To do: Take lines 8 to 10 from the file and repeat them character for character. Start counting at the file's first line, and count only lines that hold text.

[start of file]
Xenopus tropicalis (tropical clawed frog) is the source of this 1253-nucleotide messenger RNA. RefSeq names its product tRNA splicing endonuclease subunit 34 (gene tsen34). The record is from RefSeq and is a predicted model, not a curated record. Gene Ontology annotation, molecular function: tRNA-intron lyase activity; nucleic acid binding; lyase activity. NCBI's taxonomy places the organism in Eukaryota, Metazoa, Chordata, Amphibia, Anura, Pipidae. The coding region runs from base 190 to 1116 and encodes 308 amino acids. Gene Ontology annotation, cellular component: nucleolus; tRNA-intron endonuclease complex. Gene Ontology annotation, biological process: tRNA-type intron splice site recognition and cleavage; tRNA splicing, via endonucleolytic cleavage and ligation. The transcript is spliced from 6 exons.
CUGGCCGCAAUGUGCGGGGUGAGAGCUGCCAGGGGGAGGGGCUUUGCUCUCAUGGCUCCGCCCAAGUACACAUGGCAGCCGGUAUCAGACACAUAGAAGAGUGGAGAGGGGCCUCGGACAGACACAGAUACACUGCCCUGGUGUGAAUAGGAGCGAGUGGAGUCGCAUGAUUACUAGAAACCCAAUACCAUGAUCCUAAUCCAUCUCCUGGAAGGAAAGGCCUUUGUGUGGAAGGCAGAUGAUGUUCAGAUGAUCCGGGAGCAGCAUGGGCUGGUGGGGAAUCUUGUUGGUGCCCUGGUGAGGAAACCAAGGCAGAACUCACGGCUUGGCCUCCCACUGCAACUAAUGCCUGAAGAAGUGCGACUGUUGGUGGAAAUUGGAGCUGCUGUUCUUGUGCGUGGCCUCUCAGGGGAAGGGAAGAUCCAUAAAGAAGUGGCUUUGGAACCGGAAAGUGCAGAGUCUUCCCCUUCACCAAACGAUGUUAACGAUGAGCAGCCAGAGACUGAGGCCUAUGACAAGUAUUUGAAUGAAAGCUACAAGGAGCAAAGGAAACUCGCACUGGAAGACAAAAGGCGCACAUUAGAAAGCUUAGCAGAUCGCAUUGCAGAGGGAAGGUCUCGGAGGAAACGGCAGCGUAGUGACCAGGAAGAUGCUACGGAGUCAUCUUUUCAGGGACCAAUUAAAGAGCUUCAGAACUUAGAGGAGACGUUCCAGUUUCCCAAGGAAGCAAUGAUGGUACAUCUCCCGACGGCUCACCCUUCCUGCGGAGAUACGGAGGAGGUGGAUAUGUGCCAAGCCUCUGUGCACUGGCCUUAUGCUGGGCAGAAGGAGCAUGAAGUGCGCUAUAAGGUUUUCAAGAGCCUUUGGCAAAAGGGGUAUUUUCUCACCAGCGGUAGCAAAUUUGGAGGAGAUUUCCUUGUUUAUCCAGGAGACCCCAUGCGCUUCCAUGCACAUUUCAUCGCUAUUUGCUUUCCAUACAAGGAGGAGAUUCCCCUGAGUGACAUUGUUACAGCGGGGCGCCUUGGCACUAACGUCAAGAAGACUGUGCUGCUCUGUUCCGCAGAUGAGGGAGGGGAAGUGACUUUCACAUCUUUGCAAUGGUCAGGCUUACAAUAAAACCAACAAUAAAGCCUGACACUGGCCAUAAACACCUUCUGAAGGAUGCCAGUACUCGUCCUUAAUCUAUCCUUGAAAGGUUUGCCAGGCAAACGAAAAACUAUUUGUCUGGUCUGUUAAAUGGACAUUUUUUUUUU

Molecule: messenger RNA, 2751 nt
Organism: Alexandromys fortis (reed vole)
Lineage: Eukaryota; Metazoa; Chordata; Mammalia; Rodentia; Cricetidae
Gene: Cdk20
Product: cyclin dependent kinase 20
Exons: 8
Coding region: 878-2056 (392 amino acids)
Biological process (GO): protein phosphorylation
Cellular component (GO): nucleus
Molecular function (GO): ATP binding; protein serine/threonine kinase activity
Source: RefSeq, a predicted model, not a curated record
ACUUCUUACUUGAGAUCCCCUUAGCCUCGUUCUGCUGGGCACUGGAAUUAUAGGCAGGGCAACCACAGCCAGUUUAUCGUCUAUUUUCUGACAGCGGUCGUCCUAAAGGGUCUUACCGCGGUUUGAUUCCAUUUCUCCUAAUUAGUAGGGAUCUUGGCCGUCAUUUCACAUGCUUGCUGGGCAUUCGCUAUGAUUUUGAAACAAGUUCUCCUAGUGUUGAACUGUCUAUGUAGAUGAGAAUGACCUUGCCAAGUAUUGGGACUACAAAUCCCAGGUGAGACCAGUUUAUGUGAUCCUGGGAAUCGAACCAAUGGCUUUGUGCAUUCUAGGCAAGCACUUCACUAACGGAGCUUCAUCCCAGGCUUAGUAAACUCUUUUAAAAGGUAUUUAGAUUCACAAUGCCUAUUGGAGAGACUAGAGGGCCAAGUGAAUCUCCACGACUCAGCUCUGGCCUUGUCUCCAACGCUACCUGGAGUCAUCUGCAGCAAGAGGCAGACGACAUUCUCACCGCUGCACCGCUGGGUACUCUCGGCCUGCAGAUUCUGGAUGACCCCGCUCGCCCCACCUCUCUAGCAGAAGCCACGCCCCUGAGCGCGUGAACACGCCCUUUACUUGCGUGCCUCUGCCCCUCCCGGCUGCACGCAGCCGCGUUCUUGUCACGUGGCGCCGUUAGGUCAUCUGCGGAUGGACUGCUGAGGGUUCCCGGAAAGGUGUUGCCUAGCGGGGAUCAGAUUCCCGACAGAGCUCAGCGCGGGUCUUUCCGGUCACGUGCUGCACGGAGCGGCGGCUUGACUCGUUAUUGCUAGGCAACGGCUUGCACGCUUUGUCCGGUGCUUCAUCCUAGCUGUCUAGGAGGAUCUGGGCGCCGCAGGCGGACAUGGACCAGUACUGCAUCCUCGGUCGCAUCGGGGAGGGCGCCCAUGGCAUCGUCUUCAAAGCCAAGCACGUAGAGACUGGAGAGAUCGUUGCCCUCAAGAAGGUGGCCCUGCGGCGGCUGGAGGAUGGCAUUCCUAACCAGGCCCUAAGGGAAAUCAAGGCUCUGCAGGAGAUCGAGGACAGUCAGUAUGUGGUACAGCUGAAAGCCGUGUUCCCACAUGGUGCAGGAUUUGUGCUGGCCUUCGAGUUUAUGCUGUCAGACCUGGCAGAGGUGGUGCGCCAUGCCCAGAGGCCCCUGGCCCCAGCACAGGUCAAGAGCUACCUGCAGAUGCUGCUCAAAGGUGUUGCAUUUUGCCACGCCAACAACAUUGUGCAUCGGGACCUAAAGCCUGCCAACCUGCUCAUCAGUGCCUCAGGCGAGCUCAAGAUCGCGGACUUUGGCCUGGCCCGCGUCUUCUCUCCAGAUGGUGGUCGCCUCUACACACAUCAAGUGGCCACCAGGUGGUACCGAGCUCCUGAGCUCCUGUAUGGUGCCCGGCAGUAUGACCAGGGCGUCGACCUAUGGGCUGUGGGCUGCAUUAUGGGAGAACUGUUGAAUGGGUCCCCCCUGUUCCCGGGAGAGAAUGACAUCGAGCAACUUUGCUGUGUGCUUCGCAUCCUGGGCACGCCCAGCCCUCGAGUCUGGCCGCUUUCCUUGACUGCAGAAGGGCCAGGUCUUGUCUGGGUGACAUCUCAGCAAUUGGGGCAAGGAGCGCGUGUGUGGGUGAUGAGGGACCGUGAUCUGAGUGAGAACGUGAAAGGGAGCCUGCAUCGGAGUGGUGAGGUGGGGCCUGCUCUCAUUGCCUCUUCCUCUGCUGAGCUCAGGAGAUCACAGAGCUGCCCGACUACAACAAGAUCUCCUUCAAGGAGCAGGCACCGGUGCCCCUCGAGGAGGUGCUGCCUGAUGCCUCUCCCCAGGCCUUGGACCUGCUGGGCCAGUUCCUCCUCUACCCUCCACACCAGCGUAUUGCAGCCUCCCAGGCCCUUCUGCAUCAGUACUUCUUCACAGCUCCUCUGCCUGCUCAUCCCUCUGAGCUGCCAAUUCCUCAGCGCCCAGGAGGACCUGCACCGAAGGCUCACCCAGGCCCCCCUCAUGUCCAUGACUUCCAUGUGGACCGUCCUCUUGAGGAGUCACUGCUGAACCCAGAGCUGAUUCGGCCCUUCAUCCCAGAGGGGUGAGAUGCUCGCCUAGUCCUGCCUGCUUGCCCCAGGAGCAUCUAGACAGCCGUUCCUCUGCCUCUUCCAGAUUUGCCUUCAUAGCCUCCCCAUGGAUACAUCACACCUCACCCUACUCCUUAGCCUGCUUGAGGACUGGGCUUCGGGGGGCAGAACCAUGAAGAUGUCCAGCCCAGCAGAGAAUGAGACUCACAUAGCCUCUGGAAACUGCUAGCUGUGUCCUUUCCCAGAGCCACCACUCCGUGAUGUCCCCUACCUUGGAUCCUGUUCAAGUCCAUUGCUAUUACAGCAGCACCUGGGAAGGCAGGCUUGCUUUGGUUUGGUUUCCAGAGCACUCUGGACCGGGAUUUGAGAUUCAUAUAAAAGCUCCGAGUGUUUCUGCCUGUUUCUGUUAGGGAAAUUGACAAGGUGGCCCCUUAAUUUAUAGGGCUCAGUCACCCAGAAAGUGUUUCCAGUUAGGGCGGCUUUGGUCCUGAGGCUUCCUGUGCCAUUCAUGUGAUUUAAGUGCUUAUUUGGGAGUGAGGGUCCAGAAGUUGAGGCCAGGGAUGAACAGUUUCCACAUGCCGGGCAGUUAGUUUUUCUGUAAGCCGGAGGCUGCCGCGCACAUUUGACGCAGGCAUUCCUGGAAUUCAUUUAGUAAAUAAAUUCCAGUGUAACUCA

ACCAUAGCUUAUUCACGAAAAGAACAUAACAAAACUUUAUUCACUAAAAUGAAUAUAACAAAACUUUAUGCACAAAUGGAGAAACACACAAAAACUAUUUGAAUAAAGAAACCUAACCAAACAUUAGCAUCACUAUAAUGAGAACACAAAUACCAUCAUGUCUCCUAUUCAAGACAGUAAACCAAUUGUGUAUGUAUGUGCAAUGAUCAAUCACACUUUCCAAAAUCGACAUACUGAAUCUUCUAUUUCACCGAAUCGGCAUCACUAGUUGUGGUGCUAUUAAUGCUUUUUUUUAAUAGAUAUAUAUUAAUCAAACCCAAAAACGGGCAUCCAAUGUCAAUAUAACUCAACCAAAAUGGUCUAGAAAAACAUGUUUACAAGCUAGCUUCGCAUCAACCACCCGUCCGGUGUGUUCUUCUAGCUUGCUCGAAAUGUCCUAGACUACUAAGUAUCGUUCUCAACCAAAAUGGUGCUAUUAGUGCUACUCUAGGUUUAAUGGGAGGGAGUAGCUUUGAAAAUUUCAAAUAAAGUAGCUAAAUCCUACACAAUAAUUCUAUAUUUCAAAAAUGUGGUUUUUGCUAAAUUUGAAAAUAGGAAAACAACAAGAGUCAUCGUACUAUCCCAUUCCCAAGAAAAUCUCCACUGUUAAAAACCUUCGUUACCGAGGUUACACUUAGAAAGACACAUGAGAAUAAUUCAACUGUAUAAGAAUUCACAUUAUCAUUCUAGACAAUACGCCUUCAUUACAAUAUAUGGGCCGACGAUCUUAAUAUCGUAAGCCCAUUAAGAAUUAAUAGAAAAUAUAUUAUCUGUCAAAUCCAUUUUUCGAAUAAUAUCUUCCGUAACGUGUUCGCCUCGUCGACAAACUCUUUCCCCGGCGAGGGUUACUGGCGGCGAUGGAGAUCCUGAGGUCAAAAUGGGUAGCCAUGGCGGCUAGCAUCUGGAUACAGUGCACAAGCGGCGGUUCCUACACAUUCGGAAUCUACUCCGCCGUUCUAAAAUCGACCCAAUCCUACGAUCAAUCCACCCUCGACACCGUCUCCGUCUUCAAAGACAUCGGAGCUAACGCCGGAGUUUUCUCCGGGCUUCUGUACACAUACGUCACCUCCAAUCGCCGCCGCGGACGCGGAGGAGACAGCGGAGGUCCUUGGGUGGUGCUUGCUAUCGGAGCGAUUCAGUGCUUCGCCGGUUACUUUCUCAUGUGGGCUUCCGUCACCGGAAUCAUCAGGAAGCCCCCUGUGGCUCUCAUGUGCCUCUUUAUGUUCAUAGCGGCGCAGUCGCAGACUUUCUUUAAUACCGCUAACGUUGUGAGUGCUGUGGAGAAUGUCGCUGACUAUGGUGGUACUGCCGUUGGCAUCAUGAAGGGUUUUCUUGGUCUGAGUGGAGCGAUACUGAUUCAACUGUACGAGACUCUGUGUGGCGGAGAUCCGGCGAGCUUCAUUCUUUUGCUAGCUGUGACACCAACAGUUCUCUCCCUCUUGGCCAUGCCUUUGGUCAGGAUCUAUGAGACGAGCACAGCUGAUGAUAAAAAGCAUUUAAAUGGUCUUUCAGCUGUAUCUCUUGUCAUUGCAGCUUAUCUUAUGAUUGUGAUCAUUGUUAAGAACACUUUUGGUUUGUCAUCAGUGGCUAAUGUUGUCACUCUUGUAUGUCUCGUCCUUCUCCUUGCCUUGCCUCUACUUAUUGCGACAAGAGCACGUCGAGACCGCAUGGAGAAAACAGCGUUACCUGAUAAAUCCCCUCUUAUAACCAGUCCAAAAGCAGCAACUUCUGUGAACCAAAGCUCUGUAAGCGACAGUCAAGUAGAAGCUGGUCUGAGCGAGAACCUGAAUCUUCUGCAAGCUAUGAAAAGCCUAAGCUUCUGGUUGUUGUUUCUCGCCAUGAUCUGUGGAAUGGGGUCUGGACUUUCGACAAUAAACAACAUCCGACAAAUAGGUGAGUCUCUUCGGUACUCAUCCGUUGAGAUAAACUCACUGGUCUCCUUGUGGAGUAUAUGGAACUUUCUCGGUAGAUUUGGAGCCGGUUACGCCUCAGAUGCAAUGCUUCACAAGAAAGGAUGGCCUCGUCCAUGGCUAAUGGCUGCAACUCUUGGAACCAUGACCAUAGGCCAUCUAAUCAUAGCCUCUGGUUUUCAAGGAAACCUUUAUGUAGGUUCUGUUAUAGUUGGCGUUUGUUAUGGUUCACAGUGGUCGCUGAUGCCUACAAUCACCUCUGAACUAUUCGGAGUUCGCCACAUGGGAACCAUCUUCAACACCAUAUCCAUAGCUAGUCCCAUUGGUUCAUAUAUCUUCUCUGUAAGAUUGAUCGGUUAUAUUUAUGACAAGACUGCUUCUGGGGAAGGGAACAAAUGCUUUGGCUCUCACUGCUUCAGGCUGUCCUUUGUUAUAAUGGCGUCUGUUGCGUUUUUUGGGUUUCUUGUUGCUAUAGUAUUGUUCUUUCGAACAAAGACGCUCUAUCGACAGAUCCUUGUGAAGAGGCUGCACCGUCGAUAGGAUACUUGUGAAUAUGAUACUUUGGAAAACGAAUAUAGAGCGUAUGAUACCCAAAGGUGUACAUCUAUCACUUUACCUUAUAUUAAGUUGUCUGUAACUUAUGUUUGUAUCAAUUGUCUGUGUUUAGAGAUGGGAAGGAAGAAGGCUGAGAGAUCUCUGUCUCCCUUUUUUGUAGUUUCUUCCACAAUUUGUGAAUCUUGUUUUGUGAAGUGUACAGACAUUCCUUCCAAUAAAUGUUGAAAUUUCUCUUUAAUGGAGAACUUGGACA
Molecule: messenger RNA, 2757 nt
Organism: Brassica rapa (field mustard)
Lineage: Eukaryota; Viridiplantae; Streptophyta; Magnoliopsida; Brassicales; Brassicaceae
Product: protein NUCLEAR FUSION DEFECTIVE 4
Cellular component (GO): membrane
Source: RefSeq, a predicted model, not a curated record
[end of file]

Exons: 8
Coding region: 878-2056 (392 amino acids)
Biological process (GO): protein phosphorylation